- Hutchinson EC, Fodor E. Nuclear import of the influenza A virus transcriptional machinery. Vaccine. 2012;30:7353–8.View ArticlePubMedGoogle Scholar
- Kelley JB, Talley AM, Spencer A, Gioeli D, Paschal BM. Karyopherin alpha7 (KPNA7), a divergent member of the importin alpha family of nuclear import receptors. BMC Cell Biol. 2010;11:63.View ArticlePubMedPubMed CentralGoogle Scholar
- Gabriel G, Klingel K, Otte A, Thiele S, Hudjetz B, Arman-Kalcek G, et al. Differential use of importin-alpha isoforms governs cell tropism and host adaptation of influenza virus. Nat Commun. 2011;2:156.View ArticlePubMedPubMed CentralGoogle Scholar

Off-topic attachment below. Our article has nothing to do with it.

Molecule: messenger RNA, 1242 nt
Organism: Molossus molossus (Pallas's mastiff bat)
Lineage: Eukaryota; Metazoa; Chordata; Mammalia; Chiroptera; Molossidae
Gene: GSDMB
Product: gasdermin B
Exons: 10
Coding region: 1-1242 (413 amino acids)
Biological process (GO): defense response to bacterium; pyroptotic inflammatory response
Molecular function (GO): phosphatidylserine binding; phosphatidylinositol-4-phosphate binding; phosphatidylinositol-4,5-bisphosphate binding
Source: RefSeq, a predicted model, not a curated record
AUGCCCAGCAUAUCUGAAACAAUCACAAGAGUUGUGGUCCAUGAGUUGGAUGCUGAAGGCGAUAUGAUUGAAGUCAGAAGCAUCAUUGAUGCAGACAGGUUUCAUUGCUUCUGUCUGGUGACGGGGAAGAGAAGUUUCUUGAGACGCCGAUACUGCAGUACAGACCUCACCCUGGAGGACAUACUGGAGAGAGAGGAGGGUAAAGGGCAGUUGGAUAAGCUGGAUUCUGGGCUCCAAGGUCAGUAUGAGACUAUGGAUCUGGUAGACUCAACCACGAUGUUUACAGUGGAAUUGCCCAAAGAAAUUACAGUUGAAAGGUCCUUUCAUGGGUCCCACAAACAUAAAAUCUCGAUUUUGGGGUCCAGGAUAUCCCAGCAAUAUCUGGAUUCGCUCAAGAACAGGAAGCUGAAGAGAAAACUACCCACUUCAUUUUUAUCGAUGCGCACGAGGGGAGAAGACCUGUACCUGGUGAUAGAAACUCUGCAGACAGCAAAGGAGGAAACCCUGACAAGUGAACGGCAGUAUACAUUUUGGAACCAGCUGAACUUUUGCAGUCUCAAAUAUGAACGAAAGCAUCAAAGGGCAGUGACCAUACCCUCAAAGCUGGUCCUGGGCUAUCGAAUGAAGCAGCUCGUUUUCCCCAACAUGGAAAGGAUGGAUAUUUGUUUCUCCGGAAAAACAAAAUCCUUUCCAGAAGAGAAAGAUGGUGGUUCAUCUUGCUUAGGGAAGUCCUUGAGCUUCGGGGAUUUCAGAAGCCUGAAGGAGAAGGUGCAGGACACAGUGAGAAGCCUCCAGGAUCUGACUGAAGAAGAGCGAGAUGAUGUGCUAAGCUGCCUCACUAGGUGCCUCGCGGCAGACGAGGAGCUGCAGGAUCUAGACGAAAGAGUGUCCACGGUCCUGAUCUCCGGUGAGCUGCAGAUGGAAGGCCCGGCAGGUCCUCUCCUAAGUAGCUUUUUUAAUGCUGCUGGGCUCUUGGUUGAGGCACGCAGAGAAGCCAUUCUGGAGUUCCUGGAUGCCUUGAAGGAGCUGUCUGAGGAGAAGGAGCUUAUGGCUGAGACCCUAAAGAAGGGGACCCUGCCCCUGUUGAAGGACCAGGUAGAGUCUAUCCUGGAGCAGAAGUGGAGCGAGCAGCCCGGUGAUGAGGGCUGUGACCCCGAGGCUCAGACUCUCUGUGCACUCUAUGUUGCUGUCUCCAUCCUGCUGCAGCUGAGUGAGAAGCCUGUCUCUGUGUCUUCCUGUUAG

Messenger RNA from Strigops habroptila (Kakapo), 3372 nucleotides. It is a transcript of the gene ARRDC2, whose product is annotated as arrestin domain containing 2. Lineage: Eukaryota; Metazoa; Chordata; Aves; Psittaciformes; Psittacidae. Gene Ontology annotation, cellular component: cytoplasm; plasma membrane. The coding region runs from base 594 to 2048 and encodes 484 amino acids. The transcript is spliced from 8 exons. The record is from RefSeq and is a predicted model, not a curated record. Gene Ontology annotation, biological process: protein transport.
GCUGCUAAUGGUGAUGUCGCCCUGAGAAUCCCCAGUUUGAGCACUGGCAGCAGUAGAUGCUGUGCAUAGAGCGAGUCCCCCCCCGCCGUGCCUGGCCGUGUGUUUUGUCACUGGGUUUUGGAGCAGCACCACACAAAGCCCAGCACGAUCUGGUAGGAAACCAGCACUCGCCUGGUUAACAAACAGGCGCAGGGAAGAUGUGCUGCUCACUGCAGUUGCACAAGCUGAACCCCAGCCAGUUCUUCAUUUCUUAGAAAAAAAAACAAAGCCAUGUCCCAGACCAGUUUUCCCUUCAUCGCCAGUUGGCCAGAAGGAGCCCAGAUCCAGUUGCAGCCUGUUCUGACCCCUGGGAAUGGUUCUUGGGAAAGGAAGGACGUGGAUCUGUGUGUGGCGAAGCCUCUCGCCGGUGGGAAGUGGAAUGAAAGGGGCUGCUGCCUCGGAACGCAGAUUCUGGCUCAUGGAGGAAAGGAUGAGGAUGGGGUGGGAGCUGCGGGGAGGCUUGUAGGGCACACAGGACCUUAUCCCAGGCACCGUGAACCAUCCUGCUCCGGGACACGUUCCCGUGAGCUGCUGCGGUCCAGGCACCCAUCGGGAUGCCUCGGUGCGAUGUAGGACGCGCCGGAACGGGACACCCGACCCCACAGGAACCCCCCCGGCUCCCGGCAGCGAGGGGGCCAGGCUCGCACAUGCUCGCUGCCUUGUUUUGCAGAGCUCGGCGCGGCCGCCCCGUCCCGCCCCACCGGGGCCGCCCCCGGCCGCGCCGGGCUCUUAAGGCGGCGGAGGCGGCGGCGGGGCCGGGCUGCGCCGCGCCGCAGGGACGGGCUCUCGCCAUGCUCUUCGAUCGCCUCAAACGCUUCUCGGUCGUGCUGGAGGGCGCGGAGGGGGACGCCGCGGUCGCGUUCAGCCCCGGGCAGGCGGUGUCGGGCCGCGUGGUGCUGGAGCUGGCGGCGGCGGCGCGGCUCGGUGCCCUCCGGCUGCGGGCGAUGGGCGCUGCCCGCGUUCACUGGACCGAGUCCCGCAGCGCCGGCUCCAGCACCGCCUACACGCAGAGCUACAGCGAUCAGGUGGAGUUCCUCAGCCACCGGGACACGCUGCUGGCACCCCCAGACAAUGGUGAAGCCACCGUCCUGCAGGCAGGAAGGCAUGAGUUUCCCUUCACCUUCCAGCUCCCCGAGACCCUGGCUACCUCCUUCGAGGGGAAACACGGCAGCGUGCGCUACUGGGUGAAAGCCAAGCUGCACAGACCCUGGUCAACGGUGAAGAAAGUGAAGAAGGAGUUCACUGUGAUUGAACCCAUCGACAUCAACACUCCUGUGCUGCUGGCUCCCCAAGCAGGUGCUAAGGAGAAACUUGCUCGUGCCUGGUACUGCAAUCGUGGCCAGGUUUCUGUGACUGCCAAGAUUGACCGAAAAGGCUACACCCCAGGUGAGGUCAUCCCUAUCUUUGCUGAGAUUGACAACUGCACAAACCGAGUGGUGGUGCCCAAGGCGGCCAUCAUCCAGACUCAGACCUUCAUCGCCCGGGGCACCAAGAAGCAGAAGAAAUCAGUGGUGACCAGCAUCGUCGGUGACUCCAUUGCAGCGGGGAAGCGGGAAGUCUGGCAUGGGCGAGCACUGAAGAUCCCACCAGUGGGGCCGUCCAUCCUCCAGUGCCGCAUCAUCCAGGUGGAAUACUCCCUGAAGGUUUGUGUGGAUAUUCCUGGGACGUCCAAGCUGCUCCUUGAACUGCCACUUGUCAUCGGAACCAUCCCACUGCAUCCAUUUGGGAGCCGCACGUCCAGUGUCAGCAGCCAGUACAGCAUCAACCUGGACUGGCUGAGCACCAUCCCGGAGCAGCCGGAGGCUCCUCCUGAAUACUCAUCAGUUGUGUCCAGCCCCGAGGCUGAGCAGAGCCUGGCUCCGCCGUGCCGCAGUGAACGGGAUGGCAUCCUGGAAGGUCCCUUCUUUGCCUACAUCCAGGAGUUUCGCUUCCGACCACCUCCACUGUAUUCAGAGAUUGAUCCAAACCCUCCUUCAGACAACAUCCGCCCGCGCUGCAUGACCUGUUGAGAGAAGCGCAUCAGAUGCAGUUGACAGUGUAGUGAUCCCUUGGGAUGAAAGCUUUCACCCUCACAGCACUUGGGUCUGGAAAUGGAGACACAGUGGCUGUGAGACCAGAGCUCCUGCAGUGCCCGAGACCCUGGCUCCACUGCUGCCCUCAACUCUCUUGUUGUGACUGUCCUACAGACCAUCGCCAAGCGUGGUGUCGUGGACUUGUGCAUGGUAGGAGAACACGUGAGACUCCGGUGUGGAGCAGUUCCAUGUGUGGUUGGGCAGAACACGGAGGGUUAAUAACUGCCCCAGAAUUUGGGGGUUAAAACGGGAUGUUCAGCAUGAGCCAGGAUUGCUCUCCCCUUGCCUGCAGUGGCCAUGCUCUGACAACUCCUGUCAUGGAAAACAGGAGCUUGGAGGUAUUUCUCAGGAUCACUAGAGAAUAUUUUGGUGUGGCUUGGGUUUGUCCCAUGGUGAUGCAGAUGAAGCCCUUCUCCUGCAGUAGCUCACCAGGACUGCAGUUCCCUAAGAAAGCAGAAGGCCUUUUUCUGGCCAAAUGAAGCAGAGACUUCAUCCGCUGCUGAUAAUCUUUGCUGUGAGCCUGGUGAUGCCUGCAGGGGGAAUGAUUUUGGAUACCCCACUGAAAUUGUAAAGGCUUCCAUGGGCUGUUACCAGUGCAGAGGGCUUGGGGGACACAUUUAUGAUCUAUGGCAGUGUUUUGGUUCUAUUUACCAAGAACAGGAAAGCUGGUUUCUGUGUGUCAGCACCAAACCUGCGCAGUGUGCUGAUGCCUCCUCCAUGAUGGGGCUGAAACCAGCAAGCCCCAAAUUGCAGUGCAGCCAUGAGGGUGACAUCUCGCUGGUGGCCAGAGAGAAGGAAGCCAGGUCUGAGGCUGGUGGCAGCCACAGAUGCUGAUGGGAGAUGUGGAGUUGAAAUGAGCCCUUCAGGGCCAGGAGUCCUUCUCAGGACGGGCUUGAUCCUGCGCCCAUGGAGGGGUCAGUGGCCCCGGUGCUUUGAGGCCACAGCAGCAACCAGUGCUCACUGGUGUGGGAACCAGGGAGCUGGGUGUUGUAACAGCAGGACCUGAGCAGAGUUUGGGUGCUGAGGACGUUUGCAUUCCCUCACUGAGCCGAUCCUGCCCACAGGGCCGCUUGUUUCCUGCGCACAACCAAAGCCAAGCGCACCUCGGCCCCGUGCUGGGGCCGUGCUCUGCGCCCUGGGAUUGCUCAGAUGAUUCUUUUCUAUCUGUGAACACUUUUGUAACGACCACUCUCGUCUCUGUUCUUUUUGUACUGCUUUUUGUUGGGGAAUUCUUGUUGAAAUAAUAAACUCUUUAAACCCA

- Kohler M, Speck C, Christiansen M, Bischoff FR, Prehn S, Haller H, et al. Evidence for distinct substrate specificities of importin alpha family members in nuclear protein import. Mol Cell Biol. 1999;9:7782–91.View ArticleGoogle Scholar
- Kohler M, Ansieau S, Prehn S, Leutz A, Haller H, Hartmann E. Cloning of two novel human importin-alpha subunits and analysis of the expression pattern of the importin-alpha protein family. FEBS Lett. 1997;417:104–8.View ArticlePubMedGoogle Scholar